A writer-director raises societal alarms with a reimagined Fahrenheit 451.
At first, the gritty scene in HBO's Fahrenheit 451 looks like a standard-issue TV drug raid: battle-ready tough guys in armor kick in a door, race through rooms and slam suspects up against walls.
But then it gets nasty.
An axe-wielding young officer named Guy Montag (Michael B. Jordan) smashes a computer as his mentor, hardened Captain Beatty (Michael Shannon), looks on approvingly. Meanwhile, men with flamethrowers sweep books off shelves and set them ablaze. With history, art and imagination in peril, we see the future as envisioned in 1953 by science fiction legend Ray Bradbury.
In his best-known novel — named for the supposed burning point of paper — battalions of "firemen" incinerate books and anything else that might encourage independent thought. Radicals who hide the contraband are often burned alive.
The story focuses on the relationship between Beatty, a zealous book-burner, and Montag, an up-and-comer who may have an unnatural fondness for the printed word. It's true: Montag harbors a secret stash that includes a handwritten postcard, which he pores over like a scholar studying a sacred text. Adding to Montag's disillusionment, he falls for Clarisse (Sofia Boutella), an enigmatic young woman with ties to both the underground and the totalitarian government.
In the HBO movie, debuting May 19, director–executive producer Ramin Bahrani preserves Bradbury's bleak vision but colors it with chillingly contemporary details. "We wanted to create a world similar to today's — but different enough," says Bahrani, who wrote the script with Amir Naderi. He punctuates Bradbury's dark narrative with 21st-century references, including giant emoticons projected onto skyscrapers — all part of what he calls "a strange tomorrow."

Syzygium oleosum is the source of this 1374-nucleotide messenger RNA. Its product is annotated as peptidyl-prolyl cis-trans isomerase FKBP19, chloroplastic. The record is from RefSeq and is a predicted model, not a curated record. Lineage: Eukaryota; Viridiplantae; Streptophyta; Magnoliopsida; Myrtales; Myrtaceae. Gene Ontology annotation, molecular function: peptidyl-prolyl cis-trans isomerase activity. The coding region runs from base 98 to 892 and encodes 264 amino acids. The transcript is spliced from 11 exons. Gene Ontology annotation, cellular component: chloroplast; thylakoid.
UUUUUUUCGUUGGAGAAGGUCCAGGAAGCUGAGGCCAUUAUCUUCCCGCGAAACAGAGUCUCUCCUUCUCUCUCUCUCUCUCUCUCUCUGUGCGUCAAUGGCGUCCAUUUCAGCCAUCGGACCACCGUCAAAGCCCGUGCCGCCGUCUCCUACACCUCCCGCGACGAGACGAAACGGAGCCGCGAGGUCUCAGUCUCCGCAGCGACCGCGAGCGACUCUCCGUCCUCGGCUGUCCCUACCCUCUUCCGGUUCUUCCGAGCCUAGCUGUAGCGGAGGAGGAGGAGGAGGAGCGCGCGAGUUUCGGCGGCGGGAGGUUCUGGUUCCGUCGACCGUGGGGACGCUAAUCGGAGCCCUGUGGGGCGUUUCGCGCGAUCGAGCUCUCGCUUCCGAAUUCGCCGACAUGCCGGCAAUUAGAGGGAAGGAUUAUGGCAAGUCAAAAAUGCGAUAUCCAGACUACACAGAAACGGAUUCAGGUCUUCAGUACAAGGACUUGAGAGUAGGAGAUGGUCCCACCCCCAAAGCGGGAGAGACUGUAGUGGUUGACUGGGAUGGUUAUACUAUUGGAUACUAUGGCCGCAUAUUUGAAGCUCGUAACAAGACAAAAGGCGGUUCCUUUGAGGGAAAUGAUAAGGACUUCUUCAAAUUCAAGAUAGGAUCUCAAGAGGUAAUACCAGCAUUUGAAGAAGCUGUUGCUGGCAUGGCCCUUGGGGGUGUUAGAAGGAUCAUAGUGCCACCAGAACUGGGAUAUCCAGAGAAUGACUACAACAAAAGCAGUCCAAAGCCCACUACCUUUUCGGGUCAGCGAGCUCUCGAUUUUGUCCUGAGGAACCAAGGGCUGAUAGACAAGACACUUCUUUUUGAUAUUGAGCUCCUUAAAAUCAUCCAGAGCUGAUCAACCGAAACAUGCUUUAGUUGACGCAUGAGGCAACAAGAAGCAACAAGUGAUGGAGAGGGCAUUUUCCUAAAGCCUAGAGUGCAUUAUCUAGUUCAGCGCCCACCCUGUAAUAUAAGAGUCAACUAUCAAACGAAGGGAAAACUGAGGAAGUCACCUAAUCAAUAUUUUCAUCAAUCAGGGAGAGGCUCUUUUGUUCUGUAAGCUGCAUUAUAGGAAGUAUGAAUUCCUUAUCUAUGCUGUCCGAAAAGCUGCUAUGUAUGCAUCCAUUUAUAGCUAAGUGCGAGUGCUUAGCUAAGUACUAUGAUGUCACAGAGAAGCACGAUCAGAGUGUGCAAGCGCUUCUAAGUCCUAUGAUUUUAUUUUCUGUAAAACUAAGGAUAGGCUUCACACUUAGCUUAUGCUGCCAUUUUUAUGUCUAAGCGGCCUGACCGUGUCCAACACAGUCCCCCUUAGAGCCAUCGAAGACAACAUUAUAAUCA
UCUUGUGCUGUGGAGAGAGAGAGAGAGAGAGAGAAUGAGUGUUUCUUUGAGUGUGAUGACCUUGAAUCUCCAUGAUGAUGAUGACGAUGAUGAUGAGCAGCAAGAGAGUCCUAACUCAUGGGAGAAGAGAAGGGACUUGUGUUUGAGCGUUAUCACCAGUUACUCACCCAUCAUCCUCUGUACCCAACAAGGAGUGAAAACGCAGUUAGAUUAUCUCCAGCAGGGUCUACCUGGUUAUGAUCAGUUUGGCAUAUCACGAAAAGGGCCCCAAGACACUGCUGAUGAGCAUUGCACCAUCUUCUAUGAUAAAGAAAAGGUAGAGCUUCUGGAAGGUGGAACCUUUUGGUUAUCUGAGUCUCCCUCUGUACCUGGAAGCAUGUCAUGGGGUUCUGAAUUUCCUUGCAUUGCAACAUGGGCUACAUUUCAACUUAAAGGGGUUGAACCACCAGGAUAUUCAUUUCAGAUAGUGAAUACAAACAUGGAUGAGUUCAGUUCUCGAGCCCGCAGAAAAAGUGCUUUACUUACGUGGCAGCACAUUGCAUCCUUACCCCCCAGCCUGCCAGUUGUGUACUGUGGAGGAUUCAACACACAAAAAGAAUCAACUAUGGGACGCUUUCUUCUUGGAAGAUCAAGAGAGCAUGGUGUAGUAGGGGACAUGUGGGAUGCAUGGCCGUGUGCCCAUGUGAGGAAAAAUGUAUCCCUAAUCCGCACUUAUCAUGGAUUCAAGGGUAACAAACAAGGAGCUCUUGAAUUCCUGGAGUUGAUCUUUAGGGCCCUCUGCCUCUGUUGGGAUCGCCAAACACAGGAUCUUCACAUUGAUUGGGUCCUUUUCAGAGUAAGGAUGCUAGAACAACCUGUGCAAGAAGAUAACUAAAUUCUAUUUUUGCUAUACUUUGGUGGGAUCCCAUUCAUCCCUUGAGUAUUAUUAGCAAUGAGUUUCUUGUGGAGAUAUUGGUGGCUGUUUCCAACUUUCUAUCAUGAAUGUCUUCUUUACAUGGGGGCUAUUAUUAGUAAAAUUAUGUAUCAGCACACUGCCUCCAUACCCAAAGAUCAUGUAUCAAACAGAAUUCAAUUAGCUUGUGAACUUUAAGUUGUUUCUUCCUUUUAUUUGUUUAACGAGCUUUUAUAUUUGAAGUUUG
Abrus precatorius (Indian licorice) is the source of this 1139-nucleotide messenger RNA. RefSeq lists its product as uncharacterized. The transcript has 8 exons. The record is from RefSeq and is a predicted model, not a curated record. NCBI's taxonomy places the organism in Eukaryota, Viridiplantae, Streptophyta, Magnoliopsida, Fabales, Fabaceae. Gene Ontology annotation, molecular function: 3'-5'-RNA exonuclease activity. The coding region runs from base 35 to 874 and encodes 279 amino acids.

Urging people to rat out oddball neighbors who harbor books, authorities plaster a familiar slogan onto the giant interactive screens in every home: "If you see something, say something!" Fleeing book-lovers are tracked on live TV. When they're caught, the amped-up home audience is asked, reality-show style, what the firemen should do to them. It's never good.
As a teenager in North Carolina, Bahrani was enthralled by Fahrenheit 451. "It's an amazing combination of intellectual, emotional and visceral power," he says. "And it just stays with you."
Alarmed by what he calls "the erosion of culture" — corrupt leaders, corrosive technology, mindless entertainment and a public that accepts it all — Bahrani started working on a Fahrenheit remake in 2015. (François Truffaut directed the first adaptation in 1966, starring Julie Christie.)
Bahrani has made five features — including 99 Homes, a 2014 drama (also starring Shannon) about home foreclosures — but this is his first adaptation. It was daunting, he says — as was choosing which works would be put to the torch.
The child of Iranian immigrants, he ruefully chose a copy of The Shahnameh, a 1,000-year-old Persian epic poem said to be the longest in the world by a single author. "I wanted a good representation of genders and cultures. Toni Morrison, Kafka, Dostoevsky, Joan Didion — they all had to be there," he says. "It was amazingly painful to watch."
He also included a classic so tied to fire that its publisher originally distributed about 200 copies bound in fireproof asbestos. It was called Fahrenheit 451.
This article originally appeared in emmy magazine, Issue No. 3, 2018